Home' Trinidad and Tobago Guardian : August 3rd 2014 Contents AUGUST 3 • 2014 www.guardian.co.tt SUNDAY BUSINESS GUARDIAN
INTERNATIONAL | SBG23
New York s Federal Reserve
Bank released a report
Thursday in which it warned
that Puerto Rico needs to
improve its financial health
soon or face what it called
a "painful adjustment."
The report comes as US investors waited
to learn whether the island s power company
would meet a July 31 deadline to make pay-
ments on US$671 million it owes to banks or
extend the deadline once again.
The 30-page report makes several recom-
mendations that the New York Fed believes
are needed to help push the US territory out
of a nearly decade-long economic slump.
"The island appears to face two alternatives:
either manage its own economic adjustment
and put the Commonwealth on a secure fiscal
basis, or wait for outmigration and the dis-
cipline of the market to force an even more
painful adjustment, particularly for those
unable or unwilling to leave the island," the
William Dudley, president of the New York
Fed, questioned whether Puerto Rico s level
of debt can be sustained and said the gov-
ernment s challenge will be to revive the econ-
omy without accumulating more debt. The
island is struggling with nearly US$73 billion
in public debt after having sold a record US$3.5
billion in general obligation bonds in March
despite having its credit rating downgraded
to junk status.
After a brief uptick in 2012, the report found
that Puerto Rico s economy has stagnated
since 2013, noting that the island of 3.65 million
people has a 45 per cent labour force partic-
ipation rate and has seen a significant drop in
Puerto Rico also struggles with a largely
uneducated working-age population, although
the number of people with a college degree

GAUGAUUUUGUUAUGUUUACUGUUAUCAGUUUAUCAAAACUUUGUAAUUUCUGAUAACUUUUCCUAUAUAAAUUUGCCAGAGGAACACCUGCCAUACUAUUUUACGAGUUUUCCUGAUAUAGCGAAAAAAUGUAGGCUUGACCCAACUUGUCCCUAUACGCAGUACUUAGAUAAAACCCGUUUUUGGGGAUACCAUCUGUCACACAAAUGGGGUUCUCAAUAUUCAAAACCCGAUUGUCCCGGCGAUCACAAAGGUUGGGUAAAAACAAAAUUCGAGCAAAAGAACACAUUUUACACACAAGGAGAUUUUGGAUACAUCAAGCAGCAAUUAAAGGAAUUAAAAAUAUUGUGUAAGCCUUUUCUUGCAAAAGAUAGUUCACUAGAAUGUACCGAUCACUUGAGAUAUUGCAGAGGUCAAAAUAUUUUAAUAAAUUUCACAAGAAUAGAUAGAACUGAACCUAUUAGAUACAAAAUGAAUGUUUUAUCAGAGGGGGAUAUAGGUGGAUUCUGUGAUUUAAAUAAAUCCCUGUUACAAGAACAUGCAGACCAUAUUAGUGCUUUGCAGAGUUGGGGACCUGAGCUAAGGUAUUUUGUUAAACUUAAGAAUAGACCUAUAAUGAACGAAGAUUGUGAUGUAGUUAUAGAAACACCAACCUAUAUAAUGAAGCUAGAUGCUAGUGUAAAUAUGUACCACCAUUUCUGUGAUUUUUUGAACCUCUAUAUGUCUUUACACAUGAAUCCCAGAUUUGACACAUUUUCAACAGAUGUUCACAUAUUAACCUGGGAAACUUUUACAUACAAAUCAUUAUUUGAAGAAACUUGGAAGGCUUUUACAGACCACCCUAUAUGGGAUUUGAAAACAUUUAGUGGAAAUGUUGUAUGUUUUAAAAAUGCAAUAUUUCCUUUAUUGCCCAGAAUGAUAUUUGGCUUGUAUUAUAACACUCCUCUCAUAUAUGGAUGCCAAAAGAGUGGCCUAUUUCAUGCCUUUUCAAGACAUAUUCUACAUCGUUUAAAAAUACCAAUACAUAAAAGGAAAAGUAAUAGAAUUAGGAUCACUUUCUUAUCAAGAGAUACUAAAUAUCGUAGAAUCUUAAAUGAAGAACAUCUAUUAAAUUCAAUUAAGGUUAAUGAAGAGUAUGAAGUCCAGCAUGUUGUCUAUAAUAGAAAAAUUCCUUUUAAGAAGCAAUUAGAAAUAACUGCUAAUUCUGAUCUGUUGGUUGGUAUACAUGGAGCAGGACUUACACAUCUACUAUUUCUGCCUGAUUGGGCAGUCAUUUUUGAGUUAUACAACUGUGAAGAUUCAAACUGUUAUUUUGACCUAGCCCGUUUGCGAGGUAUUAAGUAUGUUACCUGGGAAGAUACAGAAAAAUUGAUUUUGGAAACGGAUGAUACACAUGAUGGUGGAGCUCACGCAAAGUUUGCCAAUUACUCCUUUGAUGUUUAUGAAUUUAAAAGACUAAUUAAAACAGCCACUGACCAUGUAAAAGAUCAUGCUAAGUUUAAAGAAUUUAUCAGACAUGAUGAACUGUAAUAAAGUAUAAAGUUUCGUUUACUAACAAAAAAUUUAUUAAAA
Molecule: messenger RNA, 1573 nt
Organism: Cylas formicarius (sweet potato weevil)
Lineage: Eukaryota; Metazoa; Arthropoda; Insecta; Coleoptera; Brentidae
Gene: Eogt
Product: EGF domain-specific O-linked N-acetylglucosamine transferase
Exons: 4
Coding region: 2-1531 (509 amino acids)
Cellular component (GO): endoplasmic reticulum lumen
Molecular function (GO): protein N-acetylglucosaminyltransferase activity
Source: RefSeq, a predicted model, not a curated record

increased from about 25 per cent to nearly 28
per cent between 2010 and 2012.
"Economic activity in Puerto Rico remains
generally flat at a depressed level and there
are no strong signs that a meaningful recovery
is taking hold," according to the report, which
updates a previous 2012 report.
Analysts also found that the economy suffers
because of bureaucracy, limited credit avail-
ability and a low tax-collection rate coupled
with a thriving underground economy.
They recommended that Puerto Rico shrink
its underground economy, broaden its tax base
and reduce rates, and strengthen its public
corporations, which account for nearly 40 per
cent of the island s debt.
Analysts said the government also should
approve legislation requiring the creation of
a long-term budget that outlines revenue and
expenditure plans for the next five years, as
well as provide more transparency in its finan-
"Puerto Rico s unique status means that it
is one of the few places in the world where
finances are not regularly surveyed by a public
agency," the report stated.
The administration of Governor Alejandro
Garcia Padilla has taken numerous steps to
help boost the economy, including imple-
menting changes in public pension plans,
streamlining its business registration and per-
mitting process and cutting expenditures. Gar-
cia also appointed an advisory group for tax
reform that is expected to release a report by
year s end with plans to implement it by fiscal
Meanwhile, US investors remain wary of a
recently approved law that would allow certain
public corporations to work with creditors and
restructure their debt if needed. Many speculate
that the island s Electric Power Authority
would be the first to take advantage of the
law given its US$9.3 billion debt load.
It was not yet known by late Thursday
morning whether the agency would meet a
July 31 deadline to make payments on credit
lines held with Citibank and Scotiabank.
Barbara Morgan, a spokeswoman for the
island s Treasury Department, said she did
not have immediate comment on the issue.
NY Fed: Puerto Rico should
seek economic reforms
This July 16, 2014, photo shows an aerial view of the financial district in San Juan, Puerto Rico. The territory's government has managed to buy
some time to stave off an economic crisis, but it may only be for a moment. Creditors are closely watching whether the government tries to
reach substantial agreements with banks this month on how to handle upcoming payments. AP
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